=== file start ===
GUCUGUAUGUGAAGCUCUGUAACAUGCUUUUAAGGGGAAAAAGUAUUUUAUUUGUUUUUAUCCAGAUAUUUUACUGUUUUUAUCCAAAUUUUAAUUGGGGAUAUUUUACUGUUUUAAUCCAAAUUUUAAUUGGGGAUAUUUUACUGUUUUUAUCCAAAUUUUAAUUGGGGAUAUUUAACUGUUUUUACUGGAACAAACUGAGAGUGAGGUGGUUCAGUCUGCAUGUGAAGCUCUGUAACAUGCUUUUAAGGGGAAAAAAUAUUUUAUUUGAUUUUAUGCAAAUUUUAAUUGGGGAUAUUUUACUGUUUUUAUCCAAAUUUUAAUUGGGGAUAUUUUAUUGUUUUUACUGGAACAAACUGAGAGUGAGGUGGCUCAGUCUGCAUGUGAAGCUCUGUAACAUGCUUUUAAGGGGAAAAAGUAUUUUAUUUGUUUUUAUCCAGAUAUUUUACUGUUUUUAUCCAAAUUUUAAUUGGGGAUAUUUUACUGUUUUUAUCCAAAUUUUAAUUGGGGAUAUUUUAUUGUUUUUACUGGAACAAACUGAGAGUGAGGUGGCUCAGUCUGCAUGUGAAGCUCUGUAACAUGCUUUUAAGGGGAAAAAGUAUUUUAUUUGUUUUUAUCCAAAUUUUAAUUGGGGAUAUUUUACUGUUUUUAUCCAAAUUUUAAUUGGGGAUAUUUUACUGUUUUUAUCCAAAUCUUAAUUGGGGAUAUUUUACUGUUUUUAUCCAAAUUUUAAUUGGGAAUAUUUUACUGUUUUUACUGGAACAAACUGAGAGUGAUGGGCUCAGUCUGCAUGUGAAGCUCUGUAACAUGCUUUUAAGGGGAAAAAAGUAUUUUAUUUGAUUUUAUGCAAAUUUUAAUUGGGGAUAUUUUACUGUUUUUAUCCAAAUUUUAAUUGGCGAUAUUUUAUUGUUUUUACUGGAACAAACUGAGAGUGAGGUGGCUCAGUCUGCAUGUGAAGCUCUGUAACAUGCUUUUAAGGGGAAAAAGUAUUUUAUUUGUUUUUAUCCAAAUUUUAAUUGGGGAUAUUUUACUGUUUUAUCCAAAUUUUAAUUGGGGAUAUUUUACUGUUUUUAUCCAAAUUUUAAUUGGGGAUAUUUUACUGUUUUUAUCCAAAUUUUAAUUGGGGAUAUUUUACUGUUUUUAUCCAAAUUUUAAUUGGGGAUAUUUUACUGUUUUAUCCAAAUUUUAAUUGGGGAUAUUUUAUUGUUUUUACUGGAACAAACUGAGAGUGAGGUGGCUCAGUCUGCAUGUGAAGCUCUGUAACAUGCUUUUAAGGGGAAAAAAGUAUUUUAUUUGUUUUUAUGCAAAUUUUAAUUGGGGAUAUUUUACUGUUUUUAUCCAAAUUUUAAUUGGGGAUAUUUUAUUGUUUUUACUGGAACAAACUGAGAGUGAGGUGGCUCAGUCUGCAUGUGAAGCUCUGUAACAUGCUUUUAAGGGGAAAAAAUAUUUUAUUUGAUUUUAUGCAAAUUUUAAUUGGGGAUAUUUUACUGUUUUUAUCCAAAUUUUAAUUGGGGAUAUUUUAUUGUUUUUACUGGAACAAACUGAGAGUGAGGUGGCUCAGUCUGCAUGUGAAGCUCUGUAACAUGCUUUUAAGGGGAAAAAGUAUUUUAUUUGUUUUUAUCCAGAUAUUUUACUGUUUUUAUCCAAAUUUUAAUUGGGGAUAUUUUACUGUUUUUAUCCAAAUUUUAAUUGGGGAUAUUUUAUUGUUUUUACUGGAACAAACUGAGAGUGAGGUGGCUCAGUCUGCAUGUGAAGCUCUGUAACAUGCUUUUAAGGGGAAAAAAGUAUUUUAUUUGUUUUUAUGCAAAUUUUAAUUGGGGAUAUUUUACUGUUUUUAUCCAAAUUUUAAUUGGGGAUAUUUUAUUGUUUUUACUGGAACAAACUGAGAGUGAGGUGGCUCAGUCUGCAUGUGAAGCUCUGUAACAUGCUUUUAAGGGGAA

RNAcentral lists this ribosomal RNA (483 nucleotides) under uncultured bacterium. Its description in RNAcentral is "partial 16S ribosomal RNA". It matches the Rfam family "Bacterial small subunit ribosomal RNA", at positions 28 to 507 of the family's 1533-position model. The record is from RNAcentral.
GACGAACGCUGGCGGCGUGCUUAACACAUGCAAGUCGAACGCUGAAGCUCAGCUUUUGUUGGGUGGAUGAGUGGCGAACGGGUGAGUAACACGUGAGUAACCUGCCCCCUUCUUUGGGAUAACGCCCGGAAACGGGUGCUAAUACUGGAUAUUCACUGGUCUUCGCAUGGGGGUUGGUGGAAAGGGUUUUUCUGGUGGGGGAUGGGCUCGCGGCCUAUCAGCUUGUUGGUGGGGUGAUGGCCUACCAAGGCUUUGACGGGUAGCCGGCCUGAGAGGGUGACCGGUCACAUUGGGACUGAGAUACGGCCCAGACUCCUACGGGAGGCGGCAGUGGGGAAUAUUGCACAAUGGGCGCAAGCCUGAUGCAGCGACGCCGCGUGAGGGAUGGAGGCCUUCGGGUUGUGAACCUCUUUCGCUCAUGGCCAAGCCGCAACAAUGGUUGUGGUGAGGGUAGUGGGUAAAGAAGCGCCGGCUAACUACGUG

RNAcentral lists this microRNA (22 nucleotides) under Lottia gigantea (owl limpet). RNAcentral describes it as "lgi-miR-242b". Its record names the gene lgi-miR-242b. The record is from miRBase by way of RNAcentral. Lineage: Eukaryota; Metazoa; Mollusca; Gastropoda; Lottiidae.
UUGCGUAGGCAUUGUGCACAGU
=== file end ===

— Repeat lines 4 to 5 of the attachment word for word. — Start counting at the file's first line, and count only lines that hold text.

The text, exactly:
RNAcentral lists this microRNA (22 nucleotides) under Lottia gigantea (owl limpet). RNAcentral describes it as "lgi-miR-242b". Its record names the gene lgi-miR-242b. The record is from miRBase by way of RNAcentral. Lineage: Eukaryota; Metazoa; Mollusca; Gastropoda; Lottiidae.
UUGCGUAGGCAUUGUGCACAGU